An alternative to the middle-income trap
Luiz Carlos Bresser-Pereira, Eliane Cristina de Araújo e Samuel Costa Peres
Structural Change and Economic Dynamics, 52 (2020): 294-312.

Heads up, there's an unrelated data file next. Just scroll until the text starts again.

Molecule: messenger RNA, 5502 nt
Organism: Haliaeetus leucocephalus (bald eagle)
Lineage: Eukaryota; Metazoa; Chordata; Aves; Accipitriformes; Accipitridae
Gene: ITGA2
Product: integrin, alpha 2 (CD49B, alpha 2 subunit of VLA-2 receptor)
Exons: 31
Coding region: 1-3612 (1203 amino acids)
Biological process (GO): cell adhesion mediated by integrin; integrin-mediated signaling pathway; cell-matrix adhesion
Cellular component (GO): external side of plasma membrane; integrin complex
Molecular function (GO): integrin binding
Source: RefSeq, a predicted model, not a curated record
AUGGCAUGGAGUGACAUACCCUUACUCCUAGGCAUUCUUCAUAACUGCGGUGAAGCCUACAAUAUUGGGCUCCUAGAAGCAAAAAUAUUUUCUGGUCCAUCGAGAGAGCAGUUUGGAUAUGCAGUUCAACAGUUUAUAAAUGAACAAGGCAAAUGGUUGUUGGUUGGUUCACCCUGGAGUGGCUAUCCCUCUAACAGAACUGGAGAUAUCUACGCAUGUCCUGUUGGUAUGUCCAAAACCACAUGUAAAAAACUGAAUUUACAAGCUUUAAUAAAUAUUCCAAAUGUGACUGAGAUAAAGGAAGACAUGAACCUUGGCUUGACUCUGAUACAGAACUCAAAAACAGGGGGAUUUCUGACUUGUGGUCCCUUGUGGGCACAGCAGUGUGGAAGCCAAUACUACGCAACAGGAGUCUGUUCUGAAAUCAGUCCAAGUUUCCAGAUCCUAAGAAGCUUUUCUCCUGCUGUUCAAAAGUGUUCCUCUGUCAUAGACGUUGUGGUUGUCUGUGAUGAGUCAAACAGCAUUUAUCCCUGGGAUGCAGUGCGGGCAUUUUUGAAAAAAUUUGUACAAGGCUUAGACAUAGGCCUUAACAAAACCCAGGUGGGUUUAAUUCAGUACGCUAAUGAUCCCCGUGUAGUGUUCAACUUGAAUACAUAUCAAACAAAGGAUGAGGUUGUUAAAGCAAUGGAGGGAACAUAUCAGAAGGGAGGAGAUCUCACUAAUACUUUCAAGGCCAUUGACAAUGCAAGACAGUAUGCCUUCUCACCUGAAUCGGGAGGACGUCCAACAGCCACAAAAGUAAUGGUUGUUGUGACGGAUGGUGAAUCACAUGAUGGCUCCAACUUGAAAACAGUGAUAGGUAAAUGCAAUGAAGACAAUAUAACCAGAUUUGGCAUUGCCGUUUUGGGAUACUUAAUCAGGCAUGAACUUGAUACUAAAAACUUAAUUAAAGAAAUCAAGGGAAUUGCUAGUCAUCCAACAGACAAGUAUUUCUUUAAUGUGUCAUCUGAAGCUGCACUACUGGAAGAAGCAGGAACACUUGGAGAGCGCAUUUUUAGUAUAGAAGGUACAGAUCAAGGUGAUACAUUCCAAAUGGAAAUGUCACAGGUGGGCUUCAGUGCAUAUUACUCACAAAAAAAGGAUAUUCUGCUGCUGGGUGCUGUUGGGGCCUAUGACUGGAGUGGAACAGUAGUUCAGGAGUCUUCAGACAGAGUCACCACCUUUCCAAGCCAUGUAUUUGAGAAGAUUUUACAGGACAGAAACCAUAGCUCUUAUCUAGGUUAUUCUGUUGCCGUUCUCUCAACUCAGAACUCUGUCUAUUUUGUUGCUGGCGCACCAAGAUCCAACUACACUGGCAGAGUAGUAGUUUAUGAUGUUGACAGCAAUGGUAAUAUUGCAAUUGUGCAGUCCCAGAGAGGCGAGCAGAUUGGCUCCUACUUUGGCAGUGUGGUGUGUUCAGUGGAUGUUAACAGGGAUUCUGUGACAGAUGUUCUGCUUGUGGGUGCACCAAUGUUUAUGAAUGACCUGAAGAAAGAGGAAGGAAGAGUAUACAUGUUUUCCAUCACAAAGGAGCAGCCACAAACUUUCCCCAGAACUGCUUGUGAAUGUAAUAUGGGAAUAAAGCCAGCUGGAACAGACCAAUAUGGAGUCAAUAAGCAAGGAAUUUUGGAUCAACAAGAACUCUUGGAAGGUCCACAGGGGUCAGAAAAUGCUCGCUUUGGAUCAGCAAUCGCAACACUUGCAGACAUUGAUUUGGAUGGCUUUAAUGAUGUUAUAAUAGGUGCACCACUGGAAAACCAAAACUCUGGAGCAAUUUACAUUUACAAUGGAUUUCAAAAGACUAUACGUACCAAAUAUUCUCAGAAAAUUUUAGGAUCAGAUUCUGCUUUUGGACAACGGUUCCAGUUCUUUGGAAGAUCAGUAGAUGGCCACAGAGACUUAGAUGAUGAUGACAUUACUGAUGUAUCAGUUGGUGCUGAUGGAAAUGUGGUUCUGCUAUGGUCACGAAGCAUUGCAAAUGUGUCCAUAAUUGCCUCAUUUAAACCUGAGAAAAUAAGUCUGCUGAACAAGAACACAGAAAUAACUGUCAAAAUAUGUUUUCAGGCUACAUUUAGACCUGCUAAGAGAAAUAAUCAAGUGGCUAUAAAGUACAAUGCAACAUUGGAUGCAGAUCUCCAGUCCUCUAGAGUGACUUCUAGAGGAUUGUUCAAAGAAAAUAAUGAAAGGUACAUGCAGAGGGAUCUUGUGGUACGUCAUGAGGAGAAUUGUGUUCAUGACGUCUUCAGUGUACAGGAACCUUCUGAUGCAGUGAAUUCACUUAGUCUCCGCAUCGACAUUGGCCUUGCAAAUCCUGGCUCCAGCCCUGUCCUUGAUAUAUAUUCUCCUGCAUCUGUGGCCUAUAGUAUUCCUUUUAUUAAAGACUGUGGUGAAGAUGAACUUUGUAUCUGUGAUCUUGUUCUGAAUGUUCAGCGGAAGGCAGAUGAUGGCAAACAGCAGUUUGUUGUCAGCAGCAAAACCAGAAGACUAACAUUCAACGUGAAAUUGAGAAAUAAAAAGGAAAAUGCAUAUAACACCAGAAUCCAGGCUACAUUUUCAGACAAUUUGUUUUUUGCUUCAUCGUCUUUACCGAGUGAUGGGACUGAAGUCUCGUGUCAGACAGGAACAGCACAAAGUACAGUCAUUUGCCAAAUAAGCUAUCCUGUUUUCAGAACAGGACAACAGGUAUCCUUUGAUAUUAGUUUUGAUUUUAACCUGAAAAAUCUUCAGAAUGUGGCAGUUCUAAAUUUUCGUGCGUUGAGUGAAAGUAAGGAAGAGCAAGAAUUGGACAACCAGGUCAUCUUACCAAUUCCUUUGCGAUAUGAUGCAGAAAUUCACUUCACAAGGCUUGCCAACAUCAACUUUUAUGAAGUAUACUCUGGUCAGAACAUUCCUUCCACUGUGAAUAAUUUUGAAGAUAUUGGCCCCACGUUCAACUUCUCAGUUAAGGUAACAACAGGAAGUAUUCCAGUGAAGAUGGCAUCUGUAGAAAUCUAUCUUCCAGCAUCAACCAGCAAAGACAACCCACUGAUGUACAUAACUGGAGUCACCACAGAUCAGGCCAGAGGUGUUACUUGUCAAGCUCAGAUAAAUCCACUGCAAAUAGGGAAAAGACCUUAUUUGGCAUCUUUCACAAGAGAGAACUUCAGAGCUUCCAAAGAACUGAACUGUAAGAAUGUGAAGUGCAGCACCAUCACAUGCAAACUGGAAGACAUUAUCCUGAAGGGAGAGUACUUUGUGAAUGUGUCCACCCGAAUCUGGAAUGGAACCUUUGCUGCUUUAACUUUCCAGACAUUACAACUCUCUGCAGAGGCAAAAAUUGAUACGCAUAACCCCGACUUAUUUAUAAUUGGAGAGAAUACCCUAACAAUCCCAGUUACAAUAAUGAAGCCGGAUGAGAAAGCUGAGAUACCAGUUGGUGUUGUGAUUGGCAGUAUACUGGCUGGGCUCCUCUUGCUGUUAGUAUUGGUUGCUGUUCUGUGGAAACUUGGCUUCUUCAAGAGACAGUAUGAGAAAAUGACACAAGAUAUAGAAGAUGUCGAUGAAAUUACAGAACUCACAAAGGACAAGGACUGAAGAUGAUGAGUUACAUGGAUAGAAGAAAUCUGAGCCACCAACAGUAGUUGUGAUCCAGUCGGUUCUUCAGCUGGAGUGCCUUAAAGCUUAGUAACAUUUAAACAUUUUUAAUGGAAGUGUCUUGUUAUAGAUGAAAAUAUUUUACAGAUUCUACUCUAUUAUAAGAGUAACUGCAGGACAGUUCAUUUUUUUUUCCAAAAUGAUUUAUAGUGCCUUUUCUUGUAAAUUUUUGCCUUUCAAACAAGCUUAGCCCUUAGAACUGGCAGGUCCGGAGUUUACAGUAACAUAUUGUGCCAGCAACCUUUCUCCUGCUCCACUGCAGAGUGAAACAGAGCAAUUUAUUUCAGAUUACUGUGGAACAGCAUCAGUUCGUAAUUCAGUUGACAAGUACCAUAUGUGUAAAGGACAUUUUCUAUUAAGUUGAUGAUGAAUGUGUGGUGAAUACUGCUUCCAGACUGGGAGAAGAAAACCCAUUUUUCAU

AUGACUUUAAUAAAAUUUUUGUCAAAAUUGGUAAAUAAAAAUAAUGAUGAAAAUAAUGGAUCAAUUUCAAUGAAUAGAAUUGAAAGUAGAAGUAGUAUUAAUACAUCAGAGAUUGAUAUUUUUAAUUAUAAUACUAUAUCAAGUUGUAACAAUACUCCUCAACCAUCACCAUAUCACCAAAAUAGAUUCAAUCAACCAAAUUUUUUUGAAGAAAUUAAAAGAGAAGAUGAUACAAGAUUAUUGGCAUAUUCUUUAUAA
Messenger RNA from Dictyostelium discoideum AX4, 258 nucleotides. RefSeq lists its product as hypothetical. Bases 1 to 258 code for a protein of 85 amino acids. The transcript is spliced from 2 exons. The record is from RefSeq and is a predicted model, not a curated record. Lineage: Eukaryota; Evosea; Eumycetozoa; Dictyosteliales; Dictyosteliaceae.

This paper offers an alternative explanation to the slow-down observed in the growth of developing countries. Instead of a middle-income trap what happened was a liberalization trap. Growth didn't happen because countries turned middle-income, but happened in a given period, around the 1980s, when these countries faced a serious foreign debt crisis and were constrained to open their economies. The studies on the middle-income trap have adopted a broad income interval and were unable to offer new historical facts that explained why these countries stop growing fast. Differently, this paper shows that the trade liberalization and the financial liberalization that started in the 1980s involved the dismantling of the mechanism that neutralized the Dutch disease and the change from low to high interest rates - both facts leading to a long-term or chronic overvaluation of the exchange rate that made the manufacturing industry non-competitive and caused deindustrialization and low growth.